I am delighted to be selected for the Europeans this year. It is a huge honour to be pre-selected for your country. It is incredibly difficult, mentally and physically, to run after the NCCAs. My entire season had been gearing up towards the NCAAs, but I am ready for the challenge in Hungary. I have no idea how nationals in America compares to Europeans at senior level, so it’s hard for me to predict a place at Euros. I would like to try and compete for a top ten placing, though.

Now that you’re into your final year of university, and with more British and Irish athletes deciding to opt for professional, US-based running groups, do you see yourself staying to pursue a running career or will you be looking to come home?

I will be looking to stay in the US – I have ambitions to make the Olympics in 2016 in Rio. The main priority for me is to get into the right situation to make this possible. There are many US post-collegiate running groups, but it is getting increasingly harder to get accepted into these groups as a foreigner. I will be working hard this track season to get my name out there and give myself the best chance possible to be in the right situation on the road to Rio 2016.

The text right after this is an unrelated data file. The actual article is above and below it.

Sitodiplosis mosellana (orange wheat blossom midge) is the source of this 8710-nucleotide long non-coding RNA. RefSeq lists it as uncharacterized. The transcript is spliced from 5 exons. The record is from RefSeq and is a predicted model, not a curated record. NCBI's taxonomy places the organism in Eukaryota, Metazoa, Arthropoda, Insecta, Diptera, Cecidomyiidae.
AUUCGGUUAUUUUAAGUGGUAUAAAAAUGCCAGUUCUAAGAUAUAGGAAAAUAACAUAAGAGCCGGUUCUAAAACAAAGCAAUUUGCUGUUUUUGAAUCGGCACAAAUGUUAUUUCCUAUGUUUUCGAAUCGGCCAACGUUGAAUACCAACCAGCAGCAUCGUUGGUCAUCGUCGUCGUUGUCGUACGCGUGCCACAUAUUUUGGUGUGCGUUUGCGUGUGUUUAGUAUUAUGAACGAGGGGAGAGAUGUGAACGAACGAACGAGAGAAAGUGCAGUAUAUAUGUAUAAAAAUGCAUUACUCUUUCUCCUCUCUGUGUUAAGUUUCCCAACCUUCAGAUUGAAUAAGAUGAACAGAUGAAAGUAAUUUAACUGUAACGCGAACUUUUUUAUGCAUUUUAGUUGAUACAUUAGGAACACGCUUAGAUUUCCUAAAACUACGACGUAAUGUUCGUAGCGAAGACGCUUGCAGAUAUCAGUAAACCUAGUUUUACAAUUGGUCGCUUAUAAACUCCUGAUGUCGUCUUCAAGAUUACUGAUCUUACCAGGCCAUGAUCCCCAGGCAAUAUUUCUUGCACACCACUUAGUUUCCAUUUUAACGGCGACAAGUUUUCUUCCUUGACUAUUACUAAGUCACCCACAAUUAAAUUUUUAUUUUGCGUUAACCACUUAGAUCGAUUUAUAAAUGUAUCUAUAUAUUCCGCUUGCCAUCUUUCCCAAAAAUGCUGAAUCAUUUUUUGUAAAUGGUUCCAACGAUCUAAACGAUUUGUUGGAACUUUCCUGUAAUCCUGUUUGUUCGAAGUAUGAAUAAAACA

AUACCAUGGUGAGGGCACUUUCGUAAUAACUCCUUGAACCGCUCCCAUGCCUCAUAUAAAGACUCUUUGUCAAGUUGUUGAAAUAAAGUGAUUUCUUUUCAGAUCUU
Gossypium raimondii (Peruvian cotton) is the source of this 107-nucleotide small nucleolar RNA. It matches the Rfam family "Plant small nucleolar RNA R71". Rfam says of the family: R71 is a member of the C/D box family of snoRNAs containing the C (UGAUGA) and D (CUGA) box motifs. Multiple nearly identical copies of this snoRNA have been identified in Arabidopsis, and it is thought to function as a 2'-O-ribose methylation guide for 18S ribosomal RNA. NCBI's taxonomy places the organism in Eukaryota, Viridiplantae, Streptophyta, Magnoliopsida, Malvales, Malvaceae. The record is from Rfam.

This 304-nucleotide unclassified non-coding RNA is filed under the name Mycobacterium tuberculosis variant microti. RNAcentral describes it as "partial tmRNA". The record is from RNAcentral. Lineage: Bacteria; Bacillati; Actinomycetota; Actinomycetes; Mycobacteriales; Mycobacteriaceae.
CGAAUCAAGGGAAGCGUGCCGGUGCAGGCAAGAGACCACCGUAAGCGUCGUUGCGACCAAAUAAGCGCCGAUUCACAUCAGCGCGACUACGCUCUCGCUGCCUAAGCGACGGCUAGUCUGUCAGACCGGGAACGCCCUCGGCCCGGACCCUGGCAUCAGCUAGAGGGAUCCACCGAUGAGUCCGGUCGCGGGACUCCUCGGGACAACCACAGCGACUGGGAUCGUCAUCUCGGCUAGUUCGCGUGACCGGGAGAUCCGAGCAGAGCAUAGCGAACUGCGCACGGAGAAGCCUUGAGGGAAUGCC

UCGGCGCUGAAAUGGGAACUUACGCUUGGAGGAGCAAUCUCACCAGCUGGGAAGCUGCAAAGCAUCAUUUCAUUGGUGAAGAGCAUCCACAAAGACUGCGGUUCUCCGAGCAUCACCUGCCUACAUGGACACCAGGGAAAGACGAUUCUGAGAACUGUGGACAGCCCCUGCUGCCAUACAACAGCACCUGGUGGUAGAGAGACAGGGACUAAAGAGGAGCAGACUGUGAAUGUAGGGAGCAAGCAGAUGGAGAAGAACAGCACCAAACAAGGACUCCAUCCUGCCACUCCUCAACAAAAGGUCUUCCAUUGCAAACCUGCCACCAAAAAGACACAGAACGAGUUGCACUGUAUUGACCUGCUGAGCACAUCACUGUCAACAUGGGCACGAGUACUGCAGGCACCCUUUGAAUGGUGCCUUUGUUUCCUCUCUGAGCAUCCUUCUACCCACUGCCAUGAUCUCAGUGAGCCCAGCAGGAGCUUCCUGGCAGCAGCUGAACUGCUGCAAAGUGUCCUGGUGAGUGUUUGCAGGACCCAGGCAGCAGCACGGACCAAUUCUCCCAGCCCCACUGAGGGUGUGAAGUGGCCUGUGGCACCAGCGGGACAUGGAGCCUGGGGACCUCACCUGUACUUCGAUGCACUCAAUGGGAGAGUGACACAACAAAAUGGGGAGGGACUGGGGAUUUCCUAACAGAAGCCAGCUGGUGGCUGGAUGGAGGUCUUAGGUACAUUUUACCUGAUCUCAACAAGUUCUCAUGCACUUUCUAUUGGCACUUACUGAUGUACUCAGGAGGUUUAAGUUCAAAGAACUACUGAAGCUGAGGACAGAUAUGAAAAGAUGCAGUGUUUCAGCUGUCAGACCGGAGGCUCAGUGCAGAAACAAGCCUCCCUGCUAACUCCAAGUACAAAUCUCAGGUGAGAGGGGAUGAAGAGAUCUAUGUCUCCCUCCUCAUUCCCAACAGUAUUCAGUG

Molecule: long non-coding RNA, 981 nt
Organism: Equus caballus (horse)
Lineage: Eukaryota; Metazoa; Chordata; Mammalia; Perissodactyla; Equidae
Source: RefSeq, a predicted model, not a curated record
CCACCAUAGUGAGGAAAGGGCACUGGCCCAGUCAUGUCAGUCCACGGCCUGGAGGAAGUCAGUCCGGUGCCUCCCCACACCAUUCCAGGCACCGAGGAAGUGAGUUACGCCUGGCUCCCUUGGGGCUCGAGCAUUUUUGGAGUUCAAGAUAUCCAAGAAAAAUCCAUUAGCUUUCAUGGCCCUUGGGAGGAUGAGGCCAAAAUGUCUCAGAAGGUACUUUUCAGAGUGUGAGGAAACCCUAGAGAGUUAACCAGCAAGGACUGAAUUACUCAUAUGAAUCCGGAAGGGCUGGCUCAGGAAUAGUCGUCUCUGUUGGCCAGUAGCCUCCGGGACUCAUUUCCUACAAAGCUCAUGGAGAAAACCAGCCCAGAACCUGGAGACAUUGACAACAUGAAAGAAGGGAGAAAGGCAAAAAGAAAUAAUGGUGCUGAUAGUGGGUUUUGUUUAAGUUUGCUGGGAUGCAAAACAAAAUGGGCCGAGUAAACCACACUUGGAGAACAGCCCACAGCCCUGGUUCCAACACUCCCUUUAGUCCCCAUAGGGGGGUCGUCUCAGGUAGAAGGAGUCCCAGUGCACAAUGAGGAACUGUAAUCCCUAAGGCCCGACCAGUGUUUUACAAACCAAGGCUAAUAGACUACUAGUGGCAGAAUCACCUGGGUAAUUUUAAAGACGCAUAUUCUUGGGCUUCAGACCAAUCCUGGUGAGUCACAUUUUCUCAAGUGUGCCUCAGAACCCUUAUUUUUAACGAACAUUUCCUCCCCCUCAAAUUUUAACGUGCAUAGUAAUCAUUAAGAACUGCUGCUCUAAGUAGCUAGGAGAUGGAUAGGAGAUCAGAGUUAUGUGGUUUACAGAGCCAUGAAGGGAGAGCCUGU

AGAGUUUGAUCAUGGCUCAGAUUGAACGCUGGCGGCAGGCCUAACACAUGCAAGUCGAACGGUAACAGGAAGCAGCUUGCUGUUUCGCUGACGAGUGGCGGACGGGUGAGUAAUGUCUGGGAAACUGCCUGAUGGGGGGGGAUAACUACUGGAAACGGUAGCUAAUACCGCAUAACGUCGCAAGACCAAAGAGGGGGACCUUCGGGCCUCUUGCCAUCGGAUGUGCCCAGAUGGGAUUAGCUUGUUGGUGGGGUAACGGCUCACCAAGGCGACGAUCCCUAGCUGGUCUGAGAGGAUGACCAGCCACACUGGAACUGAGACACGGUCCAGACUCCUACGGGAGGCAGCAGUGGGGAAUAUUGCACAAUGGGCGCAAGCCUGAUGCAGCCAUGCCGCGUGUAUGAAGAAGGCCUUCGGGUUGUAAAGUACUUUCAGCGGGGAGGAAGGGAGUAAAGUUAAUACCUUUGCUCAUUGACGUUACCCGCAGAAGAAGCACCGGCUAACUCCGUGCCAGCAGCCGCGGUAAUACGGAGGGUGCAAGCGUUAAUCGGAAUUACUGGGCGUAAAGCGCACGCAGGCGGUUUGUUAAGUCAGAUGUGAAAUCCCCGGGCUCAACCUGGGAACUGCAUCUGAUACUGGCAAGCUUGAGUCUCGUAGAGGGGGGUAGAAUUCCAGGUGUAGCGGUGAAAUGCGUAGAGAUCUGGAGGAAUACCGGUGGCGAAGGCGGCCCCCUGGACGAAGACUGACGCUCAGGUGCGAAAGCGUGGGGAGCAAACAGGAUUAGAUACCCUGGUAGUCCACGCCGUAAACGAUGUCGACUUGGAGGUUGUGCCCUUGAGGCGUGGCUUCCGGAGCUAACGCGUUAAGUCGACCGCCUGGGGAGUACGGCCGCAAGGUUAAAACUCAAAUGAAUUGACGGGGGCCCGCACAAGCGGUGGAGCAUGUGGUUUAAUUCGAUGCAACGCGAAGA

Finally, if you could give one piece of advice for prospective athletes from the British Isles looking to go the States, what would it be?

For any athlete coming from Britain or Ireland, my best advice would be to find the right coach and college that are best for you as an individual. Don’t expect everything just to happen for you. You get a lot free stuff but to get success you must work hard. America is highly competitive and shows no mercy for cry-offs.

 …also, stay away from anyone who wears Crocs. They’re some type of sandal/flip-flop that people wear in the South and look like they’re made out of crocodile skin. They have no style and make a person look like a lazy bum.  If you see anyone wearing Crocs, don’t talk to them as it is embarrassing.